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Tag: Tom Waits

Friday, September 14th

what’s new

Tom Waits (vocals) and Marc Ribot (guitar), “Bella Ciao (Goodbye Beautiful),” 9/12/18 (Marc Ribot, Songs of Resistance 1942-2018)

 

Sunday, September 28th

two takes

“I Know I’ve Been Changed”

St. James Missionary Baptist Church, Canton, Miss., 1978


*****

Tom Waits, c. 2006

 

Wednesday, 7/27/11

old stuff
(an occasional series) 

Coolest campaign music ever?

Nashville Mayor Karl Dean, campaign commercial
(released 7/21/11, election 8/4/11)

Vodpod videos no longer available.

*****

Here’s the original recording, made for Paramount Records, in Grafton, Wisconsin, in 1929.

Charley Patton (AKA Charlie Patton), “High Water Everywhere”

Part 1

Vodpod videos no longer available.

***

Part 2

Vodpod videos no longer available.

If Captain Beefheart and Tom Waits got their sound from Howlin’ Wolf,
Wolf got his sound right here.

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lagniappe

[A]lthough Patton’s success was undoubtedly due in part to his astonishing abilities as a guitarist, and the depth and soul of his blues singing, it also owed a lot to his professionalism and skill as an entertainer. Friends interviewed in later years would comment on his dependability, the fact that he always showed up on time and took care of business. His performances were masterpieces of showmanship: he was famed for tricks like playing behind his head or between his legs, to the point that some rival musicians disparaged him as a mere trickster. Unfair as this seems to modern listeners, it highlights an important point: To his live audiences, Patton was not the subtle player and singer we hear on the records, nor particularly noted for his soulful depth. He was a man who banged out loud rhythms, shouted so he could be heard to the back of the room, and was a dazzling showman–despite his older, acoustic repertoire, he can in some ways be considered a predecessor to Little Richard and James Brown.

***

It is a mistake to view this music through the prism of modern blues, to see Patton and his peers as the progenitors of the first electric Chicago bands, and thus of the barroom boogie bands that fill suburban bars outside every American city. His rhythms are a world–or at least a continent–away from the straight-ahead, 4/4 sound that defines virtually all modern blues. That is why so few contemporary players can capture anything of his greatness. There is the tendency to play his tunes for driving power, missing the ease, the relaxed subtlety that underlay all of his work. It is a control born of playing this music in eight or ten-hour sessions, week after week and year after year, for an audience of extremely demanding dancers, and of remembering centuries of previous dance rhythms–not only the complex polyrhythms of West Africa, but also slow drags, cakewalks, hoedowns, and waltzes.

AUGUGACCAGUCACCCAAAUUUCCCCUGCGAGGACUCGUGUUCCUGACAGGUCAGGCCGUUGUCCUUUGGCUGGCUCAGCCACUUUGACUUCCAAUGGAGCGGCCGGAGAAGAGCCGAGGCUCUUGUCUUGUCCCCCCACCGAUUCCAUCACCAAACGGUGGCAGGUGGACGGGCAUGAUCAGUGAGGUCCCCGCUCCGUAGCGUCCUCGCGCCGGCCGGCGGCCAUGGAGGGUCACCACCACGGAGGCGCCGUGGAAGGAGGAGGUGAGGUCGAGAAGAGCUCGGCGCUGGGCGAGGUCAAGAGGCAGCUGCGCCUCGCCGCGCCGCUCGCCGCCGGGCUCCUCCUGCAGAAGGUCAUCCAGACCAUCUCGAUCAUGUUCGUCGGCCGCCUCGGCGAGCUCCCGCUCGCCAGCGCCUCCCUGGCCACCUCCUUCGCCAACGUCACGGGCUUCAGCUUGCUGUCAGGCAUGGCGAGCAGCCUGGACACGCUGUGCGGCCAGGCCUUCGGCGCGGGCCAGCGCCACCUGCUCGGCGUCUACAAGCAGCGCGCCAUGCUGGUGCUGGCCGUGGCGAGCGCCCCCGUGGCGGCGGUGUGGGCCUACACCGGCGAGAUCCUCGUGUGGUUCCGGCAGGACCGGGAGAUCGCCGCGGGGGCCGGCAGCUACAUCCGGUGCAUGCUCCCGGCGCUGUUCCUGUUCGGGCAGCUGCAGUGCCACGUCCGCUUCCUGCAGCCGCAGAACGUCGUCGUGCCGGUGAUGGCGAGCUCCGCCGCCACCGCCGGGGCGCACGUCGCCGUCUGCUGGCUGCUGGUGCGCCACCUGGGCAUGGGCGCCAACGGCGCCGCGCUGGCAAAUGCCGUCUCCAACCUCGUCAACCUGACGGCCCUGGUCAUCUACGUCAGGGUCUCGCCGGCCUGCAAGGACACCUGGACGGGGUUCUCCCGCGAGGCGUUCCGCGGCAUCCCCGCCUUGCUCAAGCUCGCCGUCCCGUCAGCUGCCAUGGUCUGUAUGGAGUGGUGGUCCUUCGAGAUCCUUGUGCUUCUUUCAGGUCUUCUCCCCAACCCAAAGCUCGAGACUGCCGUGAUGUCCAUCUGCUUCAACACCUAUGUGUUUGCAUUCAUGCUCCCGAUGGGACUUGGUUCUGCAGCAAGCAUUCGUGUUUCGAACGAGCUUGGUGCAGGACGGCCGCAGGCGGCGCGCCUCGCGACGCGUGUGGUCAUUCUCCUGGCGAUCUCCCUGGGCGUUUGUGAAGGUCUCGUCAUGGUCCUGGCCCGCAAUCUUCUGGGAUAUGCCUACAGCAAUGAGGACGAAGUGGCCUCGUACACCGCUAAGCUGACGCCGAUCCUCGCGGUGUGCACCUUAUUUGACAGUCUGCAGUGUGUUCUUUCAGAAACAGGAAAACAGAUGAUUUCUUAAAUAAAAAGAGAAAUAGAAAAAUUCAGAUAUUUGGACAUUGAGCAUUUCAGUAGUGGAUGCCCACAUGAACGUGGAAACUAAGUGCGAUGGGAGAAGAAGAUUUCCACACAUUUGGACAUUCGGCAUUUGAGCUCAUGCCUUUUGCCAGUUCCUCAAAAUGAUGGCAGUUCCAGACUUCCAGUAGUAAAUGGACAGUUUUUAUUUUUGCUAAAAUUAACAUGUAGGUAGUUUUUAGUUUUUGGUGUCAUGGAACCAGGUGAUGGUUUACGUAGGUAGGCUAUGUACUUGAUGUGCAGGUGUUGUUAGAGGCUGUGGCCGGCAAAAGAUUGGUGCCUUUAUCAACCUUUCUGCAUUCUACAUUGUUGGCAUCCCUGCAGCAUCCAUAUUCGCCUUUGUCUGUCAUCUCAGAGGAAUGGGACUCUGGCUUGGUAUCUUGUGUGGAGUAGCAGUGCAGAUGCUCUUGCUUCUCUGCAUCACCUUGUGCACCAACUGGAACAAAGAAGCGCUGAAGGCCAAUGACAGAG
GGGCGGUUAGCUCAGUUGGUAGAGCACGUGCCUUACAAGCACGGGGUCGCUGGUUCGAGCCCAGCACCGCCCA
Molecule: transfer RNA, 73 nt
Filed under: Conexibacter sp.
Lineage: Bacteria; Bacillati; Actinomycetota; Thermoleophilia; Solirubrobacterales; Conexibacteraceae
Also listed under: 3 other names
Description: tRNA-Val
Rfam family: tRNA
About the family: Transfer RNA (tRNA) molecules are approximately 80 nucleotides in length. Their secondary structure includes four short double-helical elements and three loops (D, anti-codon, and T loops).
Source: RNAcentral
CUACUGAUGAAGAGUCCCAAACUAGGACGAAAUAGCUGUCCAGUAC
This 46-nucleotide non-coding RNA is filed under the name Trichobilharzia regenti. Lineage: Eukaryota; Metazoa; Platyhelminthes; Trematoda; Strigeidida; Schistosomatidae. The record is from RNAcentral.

Elijah Wald

*****

Holly Ridge, Mississippi

Monday, 10/4/10

Anyone can make English sound like English.

Tom Waits, live, California (Mountain View), 1999

Part 1

***

Part 2


Want more? Here.

Monday, 3/29/10

This guy, like Captain Beefheart, studied at the Howlin’ Wolf School of Vocal Alchemy.

Tom Waits, “Make It Rain,” live (TV broadcast), 2004

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lagniappe

More on William Eggleston and Alex Chilton

Yesterday, while at the Art Institute, I stopped again at the William Eggleston exhibit (previously mentioned here and here), which runs through May 23rd. It includes not only the album cover I posted earlier (Big Star’s Radio City), but also this one. Eggleston, an accomplished piano player, once accompanied Chilton on a track—the Nat King Cole classic  “Nature Boy,” which appears on Big Star’s Third/Sister Lovers (expanded reissue), produced by Jim Dickinson, as well as Keep an Eye on the Sky (2009 boxed set).

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